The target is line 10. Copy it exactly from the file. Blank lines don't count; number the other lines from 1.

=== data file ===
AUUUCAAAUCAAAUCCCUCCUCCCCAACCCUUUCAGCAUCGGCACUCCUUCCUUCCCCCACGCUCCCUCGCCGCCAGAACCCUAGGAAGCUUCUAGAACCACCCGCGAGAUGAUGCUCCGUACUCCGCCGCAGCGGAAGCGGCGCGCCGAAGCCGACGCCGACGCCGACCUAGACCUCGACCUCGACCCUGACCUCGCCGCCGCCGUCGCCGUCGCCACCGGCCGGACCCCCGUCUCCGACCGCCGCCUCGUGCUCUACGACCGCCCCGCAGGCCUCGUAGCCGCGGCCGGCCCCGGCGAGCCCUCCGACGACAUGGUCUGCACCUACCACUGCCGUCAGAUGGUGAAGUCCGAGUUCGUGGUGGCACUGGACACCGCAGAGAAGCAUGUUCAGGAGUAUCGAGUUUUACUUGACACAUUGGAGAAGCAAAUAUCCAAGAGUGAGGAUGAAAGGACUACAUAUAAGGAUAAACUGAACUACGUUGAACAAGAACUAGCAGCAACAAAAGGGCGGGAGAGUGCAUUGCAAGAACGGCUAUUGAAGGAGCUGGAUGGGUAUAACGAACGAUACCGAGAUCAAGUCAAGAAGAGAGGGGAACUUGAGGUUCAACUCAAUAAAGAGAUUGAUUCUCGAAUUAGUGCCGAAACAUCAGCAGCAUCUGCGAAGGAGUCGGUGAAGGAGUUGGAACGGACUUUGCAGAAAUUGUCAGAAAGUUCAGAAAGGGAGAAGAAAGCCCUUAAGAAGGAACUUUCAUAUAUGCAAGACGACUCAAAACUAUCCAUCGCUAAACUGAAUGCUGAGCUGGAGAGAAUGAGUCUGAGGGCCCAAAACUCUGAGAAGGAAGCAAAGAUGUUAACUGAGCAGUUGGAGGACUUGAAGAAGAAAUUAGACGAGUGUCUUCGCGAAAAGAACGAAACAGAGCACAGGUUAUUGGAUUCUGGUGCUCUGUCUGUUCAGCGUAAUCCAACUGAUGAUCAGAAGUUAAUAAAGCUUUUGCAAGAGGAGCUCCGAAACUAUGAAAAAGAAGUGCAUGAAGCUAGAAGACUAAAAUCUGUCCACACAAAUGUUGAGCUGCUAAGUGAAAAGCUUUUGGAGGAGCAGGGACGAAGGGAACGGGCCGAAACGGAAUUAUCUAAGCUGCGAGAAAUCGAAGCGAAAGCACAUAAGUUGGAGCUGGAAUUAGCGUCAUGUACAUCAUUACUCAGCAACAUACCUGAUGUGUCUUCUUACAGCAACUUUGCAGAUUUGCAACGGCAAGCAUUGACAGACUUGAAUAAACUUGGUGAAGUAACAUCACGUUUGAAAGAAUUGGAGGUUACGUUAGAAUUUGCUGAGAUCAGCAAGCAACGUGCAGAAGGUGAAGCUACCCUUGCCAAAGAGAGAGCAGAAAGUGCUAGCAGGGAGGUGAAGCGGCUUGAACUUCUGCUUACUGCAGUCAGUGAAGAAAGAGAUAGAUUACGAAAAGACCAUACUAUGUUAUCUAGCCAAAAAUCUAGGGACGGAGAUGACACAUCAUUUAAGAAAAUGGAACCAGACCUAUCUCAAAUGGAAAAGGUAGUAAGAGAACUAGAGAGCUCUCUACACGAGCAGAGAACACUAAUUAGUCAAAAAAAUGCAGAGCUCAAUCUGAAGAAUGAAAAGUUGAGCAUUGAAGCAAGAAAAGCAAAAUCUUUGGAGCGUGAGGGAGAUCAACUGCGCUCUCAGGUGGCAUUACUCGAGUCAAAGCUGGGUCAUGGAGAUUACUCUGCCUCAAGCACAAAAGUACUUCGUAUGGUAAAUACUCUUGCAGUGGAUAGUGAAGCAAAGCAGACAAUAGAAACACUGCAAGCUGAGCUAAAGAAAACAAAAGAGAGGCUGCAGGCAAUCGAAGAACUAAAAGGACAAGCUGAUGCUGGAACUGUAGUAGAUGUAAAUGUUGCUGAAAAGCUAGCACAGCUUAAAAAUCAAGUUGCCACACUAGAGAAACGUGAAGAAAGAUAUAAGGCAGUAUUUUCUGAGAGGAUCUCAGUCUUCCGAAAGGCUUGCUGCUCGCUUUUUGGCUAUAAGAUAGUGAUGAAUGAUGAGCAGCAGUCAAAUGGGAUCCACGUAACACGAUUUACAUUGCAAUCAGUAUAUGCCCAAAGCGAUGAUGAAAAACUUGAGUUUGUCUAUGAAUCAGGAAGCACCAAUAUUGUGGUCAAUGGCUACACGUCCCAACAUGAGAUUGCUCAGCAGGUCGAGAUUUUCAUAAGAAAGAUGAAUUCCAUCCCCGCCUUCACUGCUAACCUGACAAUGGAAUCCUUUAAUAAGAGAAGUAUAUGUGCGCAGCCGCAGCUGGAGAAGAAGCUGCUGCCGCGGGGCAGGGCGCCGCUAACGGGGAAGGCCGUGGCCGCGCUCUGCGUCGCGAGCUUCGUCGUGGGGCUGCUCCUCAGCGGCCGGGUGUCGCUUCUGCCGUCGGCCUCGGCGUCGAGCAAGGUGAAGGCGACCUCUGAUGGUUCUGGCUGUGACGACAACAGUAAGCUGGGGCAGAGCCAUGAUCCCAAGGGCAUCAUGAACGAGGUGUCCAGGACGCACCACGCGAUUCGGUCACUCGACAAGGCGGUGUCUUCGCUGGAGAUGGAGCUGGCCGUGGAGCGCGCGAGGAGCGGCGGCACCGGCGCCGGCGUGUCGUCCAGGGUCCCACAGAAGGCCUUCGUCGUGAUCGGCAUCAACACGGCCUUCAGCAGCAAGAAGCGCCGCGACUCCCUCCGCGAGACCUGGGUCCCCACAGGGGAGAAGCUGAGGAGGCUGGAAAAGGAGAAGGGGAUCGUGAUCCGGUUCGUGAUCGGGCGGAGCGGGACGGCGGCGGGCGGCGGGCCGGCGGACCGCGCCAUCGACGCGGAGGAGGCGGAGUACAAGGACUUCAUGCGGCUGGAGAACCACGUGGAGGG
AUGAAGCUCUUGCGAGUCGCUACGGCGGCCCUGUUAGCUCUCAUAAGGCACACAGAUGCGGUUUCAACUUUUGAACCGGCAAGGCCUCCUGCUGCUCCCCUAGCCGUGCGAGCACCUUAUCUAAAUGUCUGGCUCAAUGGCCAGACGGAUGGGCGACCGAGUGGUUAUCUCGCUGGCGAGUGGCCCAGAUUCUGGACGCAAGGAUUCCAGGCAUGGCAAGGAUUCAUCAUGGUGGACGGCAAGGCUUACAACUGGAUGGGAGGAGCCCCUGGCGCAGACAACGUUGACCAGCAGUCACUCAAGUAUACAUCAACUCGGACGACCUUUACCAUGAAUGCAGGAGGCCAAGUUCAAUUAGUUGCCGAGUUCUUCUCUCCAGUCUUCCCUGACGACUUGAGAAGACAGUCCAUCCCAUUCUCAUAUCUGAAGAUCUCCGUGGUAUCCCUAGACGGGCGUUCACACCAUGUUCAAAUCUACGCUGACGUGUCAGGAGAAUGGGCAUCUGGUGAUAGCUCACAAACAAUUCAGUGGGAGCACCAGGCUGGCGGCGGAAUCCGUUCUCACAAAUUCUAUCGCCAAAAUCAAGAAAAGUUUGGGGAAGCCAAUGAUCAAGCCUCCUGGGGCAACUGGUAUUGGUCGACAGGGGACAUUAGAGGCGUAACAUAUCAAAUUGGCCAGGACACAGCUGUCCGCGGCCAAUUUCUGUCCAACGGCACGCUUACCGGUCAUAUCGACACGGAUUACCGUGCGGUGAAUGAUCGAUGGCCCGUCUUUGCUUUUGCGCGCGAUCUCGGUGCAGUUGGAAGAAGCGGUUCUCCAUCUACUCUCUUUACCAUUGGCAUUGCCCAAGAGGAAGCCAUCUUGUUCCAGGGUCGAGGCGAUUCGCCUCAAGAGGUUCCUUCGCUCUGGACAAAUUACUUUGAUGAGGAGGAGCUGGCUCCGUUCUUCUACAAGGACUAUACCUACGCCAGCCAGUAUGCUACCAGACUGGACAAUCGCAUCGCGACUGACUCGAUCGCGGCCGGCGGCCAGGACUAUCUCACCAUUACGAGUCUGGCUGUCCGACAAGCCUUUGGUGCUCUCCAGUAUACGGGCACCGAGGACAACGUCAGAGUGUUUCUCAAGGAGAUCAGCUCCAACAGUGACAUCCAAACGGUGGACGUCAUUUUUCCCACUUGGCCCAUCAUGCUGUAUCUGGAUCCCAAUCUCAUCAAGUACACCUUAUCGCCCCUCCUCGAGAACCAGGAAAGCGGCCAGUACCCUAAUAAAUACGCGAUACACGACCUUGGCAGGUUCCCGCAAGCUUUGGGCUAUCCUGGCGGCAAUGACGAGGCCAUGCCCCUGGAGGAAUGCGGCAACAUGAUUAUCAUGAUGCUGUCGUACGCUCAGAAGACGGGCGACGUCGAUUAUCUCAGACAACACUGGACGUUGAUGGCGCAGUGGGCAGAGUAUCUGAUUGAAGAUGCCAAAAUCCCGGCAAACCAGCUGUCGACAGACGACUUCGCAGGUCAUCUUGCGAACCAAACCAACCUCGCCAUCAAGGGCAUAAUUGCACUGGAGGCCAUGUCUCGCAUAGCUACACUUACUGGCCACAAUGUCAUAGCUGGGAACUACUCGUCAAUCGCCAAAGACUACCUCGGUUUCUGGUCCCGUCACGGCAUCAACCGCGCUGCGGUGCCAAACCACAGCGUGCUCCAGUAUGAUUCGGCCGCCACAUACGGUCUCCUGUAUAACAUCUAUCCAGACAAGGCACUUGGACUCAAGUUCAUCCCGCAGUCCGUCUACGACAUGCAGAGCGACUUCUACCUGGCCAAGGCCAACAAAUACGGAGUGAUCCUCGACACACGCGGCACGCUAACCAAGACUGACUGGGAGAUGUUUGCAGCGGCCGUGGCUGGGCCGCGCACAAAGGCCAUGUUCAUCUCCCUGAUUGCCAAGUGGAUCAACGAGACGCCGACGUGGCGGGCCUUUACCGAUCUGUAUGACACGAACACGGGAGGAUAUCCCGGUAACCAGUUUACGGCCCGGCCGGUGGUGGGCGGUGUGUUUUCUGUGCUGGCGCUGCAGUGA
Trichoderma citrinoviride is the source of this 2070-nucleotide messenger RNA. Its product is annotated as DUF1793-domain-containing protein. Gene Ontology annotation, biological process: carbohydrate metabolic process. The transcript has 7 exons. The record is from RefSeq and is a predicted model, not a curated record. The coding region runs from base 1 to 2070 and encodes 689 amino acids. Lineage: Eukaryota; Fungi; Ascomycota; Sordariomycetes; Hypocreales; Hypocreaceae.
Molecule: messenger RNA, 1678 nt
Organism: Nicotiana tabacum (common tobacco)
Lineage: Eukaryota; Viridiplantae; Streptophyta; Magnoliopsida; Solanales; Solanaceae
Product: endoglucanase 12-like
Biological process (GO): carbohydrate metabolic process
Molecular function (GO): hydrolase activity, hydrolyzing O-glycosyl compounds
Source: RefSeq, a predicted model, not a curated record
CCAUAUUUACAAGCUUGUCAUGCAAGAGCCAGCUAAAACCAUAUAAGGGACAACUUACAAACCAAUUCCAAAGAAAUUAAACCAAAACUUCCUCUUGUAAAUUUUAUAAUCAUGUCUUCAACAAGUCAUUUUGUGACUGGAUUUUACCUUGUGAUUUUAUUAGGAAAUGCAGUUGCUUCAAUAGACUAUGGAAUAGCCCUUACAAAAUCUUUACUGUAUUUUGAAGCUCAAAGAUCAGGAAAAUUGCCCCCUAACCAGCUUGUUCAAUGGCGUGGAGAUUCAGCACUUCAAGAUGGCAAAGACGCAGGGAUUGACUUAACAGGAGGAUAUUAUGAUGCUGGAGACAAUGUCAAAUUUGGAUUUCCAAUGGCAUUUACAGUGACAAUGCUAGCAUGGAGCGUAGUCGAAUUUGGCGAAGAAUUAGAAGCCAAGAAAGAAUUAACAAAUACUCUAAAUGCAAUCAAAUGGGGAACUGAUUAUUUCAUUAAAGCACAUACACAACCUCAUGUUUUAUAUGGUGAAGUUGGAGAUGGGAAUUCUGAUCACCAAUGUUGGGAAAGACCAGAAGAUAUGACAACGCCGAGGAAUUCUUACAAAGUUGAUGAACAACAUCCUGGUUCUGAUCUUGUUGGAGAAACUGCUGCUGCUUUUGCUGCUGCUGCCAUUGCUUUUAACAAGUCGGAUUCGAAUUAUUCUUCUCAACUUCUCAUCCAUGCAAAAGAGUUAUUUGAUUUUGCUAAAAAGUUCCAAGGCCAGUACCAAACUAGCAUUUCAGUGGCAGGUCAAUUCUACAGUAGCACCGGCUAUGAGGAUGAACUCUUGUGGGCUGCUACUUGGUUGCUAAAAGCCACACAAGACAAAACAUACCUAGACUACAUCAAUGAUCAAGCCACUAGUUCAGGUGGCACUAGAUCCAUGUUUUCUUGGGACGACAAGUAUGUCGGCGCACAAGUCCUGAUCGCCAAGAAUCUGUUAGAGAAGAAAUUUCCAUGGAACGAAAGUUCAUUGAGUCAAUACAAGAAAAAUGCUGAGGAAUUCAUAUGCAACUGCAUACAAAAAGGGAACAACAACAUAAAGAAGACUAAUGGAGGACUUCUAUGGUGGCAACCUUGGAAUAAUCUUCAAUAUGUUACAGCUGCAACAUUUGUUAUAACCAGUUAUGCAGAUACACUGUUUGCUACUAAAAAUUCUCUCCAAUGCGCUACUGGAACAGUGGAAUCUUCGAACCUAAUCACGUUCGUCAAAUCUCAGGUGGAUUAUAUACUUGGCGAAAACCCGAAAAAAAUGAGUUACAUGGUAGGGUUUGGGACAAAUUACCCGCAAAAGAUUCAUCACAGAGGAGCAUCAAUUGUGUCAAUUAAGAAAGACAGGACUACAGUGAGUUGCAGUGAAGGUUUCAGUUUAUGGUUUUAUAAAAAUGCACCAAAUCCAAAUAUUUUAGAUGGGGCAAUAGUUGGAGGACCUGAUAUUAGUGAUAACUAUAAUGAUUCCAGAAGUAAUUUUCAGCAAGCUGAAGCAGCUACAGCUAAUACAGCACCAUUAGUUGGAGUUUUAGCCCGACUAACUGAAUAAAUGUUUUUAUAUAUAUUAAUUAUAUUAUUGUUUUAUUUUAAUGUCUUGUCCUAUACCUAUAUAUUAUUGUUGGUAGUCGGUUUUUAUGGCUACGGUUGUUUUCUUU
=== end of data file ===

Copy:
Source: RefSeq, a predicted model, not a curated record